In a preferred embodiment, the installation application provides an identity of the first device to the second device and links the installation to the identity, so that the software, when executed, may verify that it runs on a first device corresponding to the identity.
In a further preferred embodiment, the certificate/private key pair is unique.
It is preferred that the second device stores a number of certificate/private key pairs and associates each received identifier to a previously non-associated certificate/key pair. The second device advantageously verifies that it stores at least one non-associated certificate/private key pair and aborts the installation if no such pair is available.
In an alternate embodiment, the installed software is time-limited. The second device connects to a server and reports a number of software installations performed since a precedent connection. Upon validation of the software installations, the time limit is extended or the time-limited installed software is transformed into permanent installed software. The extension of the time limit or the transformation of the time-limited installed software is advantageously performed upon reception by the first device of a transformation code issued by the server.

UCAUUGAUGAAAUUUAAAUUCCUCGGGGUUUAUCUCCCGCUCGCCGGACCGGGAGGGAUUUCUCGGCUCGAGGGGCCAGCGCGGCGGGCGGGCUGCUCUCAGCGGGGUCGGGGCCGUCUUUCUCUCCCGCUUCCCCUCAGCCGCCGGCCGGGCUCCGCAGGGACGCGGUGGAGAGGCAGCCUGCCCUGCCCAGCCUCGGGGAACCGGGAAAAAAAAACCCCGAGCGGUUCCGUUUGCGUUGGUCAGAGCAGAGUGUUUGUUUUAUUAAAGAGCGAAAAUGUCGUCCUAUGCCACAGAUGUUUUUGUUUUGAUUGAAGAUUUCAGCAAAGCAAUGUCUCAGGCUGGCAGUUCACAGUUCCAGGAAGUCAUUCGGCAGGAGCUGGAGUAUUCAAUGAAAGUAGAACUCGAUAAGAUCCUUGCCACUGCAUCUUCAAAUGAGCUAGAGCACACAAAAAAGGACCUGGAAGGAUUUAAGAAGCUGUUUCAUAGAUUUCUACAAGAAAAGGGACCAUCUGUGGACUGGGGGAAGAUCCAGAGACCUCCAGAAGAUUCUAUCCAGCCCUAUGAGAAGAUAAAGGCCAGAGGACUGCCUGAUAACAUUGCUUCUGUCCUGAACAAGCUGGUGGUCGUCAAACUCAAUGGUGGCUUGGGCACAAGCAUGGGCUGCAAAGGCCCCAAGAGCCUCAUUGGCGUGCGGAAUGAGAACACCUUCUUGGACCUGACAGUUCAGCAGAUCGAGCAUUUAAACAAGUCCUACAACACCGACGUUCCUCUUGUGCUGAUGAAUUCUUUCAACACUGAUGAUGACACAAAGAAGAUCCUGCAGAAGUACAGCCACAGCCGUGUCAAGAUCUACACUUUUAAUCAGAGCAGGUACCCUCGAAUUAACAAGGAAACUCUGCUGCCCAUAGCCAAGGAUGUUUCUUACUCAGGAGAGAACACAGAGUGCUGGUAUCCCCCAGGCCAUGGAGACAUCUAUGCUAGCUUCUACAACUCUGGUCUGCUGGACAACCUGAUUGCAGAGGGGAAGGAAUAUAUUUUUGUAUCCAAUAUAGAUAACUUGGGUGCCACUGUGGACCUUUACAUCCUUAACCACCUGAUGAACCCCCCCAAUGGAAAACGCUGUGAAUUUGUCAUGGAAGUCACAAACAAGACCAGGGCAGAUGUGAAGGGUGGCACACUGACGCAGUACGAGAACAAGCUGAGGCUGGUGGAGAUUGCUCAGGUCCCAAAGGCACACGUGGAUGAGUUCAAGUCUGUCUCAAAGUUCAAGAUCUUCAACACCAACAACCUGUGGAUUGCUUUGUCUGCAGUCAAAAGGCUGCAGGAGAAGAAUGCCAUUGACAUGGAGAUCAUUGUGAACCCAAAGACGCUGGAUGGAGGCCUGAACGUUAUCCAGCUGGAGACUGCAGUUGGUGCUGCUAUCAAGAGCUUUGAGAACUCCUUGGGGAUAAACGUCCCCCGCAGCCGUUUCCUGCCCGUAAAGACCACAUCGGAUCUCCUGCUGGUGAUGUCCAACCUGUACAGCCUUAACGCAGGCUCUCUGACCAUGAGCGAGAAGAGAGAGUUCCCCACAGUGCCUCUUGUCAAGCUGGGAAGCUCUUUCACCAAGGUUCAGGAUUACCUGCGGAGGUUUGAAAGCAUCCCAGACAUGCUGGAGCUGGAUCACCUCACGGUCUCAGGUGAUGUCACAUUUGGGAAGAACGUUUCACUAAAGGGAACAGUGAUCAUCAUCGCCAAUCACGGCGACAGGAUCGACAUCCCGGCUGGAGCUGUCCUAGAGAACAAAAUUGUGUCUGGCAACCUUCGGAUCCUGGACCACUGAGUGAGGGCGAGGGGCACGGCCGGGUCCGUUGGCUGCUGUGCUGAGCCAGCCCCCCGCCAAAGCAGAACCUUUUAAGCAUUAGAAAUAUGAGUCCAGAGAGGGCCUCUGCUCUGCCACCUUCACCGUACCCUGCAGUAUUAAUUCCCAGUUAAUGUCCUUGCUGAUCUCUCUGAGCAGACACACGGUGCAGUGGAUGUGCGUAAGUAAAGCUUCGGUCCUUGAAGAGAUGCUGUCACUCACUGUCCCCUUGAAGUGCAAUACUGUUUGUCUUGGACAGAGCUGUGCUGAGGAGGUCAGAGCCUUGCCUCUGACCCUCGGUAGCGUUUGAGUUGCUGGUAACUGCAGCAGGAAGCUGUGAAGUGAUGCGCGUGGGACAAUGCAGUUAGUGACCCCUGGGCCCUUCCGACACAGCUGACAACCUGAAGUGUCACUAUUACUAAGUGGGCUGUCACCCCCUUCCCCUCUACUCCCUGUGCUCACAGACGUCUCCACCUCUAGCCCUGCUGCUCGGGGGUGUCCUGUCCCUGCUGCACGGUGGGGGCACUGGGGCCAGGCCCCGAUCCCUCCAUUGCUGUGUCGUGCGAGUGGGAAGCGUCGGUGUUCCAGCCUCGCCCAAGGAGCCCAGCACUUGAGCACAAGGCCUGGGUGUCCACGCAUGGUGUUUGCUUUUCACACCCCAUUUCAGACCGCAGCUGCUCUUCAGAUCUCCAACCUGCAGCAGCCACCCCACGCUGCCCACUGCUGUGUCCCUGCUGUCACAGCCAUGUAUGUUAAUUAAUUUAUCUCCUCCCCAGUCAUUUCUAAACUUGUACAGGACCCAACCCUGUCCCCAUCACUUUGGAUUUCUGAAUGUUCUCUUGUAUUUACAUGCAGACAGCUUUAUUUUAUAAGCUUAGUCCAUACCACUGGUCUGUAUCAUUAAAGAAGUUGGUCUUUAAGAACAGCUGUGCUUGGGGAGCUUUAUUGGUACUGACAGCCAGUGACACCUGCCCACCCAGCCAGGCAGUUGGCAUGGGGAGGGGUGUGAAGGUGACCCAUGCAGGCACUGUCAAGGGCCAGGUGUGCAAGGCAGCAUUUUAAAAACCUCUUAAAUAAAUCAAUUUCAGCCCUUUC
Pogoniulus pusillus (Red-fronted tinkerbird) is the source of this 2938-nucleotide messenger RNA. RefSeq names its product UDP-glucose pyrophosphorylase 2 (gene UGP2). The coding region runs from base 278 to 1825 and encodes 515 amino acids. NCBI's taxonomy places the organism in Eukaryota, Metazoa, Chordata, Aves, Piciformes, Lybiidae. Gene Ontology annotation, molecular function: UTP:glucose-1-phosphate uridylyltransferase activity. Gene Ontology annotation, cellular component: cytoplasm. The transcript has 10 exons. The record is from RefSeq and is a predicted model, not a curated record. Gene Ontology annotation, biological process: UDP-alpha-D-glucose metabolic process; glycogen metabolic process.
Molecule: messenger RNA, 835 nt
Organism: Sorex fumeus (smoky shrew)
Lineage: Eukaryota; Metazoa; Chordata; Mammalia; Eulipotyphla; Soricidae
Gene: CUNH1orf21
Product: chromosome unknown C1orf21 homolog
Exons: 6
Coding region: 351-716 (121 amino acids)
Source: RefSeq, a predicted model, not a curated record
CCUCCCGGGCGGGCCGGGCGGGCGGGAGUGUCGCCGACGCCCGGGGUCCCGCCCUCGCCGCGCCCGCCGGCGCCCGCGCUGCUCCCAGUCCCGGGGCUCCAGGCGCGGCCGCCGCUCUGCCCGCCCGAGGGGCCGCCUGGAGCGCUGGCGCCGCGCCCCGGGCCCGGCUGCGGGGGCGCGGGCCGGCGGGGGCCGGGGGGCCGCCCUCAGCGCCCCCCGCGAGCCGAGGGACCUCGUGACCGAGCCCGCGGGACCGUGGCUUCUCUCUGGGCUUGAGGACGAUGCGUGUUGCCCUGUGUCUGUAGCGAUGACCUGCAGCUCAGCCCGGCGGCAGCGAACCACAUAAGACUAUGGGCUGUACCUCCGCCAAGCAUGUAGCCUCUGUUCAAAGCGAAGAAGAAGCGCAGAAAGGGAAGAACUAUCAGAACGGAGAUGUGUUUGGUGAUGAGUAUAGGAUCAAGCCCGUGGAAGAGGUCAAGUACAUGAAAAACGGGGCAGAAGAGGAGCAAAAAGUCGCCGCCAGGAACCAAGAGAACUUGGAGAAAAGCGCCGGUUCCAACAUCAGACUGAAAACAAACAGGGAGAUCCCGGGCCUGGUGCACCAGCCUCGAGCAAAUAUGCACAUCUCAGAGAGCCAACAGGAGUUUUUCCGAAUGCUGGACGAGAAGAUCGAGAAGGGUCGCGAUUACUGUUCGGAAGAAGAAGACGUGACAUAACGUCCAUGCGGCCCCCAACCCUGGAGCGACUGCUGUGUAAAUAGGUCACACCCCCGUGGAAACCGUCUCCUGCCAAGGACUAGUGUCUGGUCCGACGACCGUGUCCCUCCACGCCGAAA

In a further preferred embodiment, the secure connection is a Secure Authenticated Channel established using certificate/private key pairs of the second device and of the installation application. The certificate/private key pairs used for the establishment of the Secure Authenticated Channel are different than the certificate/private key pair transferred from the second device to the installation application.
In a second aspect, the invention is directed to an installation token adapted to partake in a method of installing software according to the invention. The installation token comprises a processor adapted to establish a Secure Authenticated Channel between with an installation application, a secure memory adapted to store at least one certificate/private key pair, and an interface adapted to send a decryption key for the encrypted software and a certificate/private key pair to the installation application.